Intangible Cultural Heritage

USC Shoah Foundation, USA



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USC Shoah Foundation, Institute for Visual History and Education, USA

MEMORIAMEDIA Review 6. News. 2021



 photo: USC Shoah Foundation - / Memória Imaterial edition


USC Shoah Foundation develops empathy, understanding and respect through testimony.


By recording and preserving audiovisual testimonies of eyewitnesses to genocide and crimes against humanity, we give voice to survivors and share their life histories and experiences with the world.


While the witnesses guide us through the darkness of humanity, they also shed light on the possibilities for every individual to counter hatred. We are inspired by their hard-fought hope. We believe testimony has a positive influence on people to be more kind, empathetic and humanistic.


We listen deeply, consider carefully, and place testimony in context. Through academic programs and research at our Center for Advanced Genocide Research, we build knowledge and insight. Our education programs deliver practical digital tools and resources via our award-winning website IWitness for our partners and their audiences from primary through university-level instruction. We evaluate our work.


The Institute’s efforts are rooted in the Visual History Archive, a repository containing 55,000 testimonies of survivors and witnesses to genocide and crimes against humanity. The vast majority of the documented experiences are about the Holocaust. The Archive also includes hundreds of eyewitness testimonies of genocides in Armenia, Cambodia, Central African Republic, Guatemala, and Rwanda, the Nanjing Massacre, and most recently anti-Rohingya violence in Myanmar and current antisemitic violence in Europe and the United States.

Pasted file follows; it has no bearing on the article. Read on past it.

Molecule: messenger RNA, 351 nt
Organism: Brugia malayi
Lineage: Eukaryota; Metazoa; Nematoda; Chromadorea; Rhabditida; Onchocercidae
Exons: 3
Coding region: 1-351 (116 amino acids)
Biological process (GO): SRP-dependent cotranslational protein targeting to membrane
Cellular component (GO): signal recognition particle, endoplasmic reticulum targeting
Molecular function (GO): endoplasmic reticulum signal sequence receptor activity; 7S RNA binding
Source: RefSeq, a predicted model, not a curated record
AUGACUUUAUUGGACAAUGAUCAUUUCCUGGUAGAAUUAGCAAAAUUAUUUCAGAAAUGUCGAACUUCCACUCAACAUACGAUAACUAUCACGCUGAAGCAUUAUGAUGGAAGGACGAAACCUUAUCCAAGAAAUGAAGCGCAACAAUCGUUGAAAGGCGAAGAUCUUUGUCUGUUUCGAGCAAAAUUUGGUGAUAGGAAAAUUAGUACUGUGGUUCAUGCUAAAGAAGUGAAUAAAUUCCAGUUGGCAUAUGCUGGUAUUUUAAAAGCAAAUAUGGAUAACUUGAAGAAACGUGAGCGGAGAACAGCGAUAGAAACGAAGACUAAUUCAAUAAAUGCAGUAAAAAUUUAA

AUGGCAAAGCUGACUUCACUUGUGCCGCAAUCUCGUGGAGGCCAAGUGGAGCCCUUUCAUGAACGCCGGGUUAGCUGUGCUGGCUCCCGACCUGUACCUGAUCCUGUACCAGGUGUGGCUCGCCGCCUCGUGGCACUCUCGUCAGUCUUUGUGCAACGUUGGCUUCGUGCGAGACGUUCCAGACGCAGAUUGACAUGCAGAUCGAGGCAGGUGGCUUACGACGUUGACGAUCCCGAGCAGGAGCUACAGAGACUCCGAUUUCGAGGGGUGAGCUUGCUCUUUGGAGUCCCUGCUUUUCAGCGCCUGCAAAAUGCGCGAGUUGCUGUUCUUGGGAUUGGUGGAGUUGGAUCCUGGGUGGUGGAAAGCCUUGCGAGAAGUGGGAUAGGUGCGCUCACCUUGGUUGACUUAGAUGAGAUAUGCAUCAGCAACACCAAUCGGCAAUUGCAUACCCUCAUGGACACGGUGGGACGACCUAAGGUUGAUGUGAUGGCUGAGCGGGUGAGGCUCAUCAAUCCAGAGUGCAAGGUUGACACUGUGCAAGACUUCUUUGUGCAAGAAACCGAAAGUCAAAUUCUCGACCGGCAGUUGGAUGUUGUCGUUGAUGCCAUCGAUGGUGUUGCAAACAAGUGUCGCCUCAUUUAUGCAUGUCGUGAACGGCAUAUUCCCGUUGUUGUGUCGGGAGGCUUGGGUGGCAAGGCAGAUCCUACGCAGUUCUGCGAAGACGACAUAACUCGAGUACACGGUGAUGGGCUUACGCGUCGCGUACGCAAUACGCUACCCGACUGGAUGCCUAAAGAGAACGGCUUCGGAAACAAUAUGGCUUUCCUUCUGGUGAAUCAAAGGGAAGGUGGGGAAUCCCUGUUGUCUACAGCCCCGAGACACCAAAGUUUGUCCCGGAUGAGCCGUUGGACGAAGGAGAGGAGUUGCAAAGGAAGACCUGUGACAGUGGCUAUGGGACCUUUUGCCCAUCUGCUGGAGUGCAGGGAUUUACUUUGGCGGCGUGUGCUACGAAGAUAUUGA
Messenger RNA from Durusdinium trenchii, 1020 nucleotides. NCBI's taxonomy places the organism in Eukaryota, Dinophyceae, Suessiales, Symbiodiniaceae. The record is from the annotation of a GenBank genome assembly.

Conducted in 63 countries, the testimonies average a little more than two hours each in length. The Archive contains more than 115,000 hours of testimony — the equivalent of 13 years. Its powerful search engine enables users to key in on specific moments of interest.


The Institute has also pioneered how history can be preserved and experienced in the digital age, inventing an interactive biography project called Dimensions in Testimony. The project enables people to have question-and-response sessions with pre-recorded video testimonies of genocide survivors. Dimensions in Testimony offers a way to preserve the ability to have real-time conversations with witnesses to history. To date, 19 testimonies have been recorded in this manner. The Institute also has produced several award-winning documentary films, including two filmed in 360-degree virtual reality.


Ultimately, our work centers around a worldwide effort to bring testimony to light, to preserve the faces and voices of the people who witnessed history, allowing their firsthand stories to inspire action to build a more positive world for generations to come.




Keywords: Shoah Foundation, life stories, archives, genocide, crimes against humanity.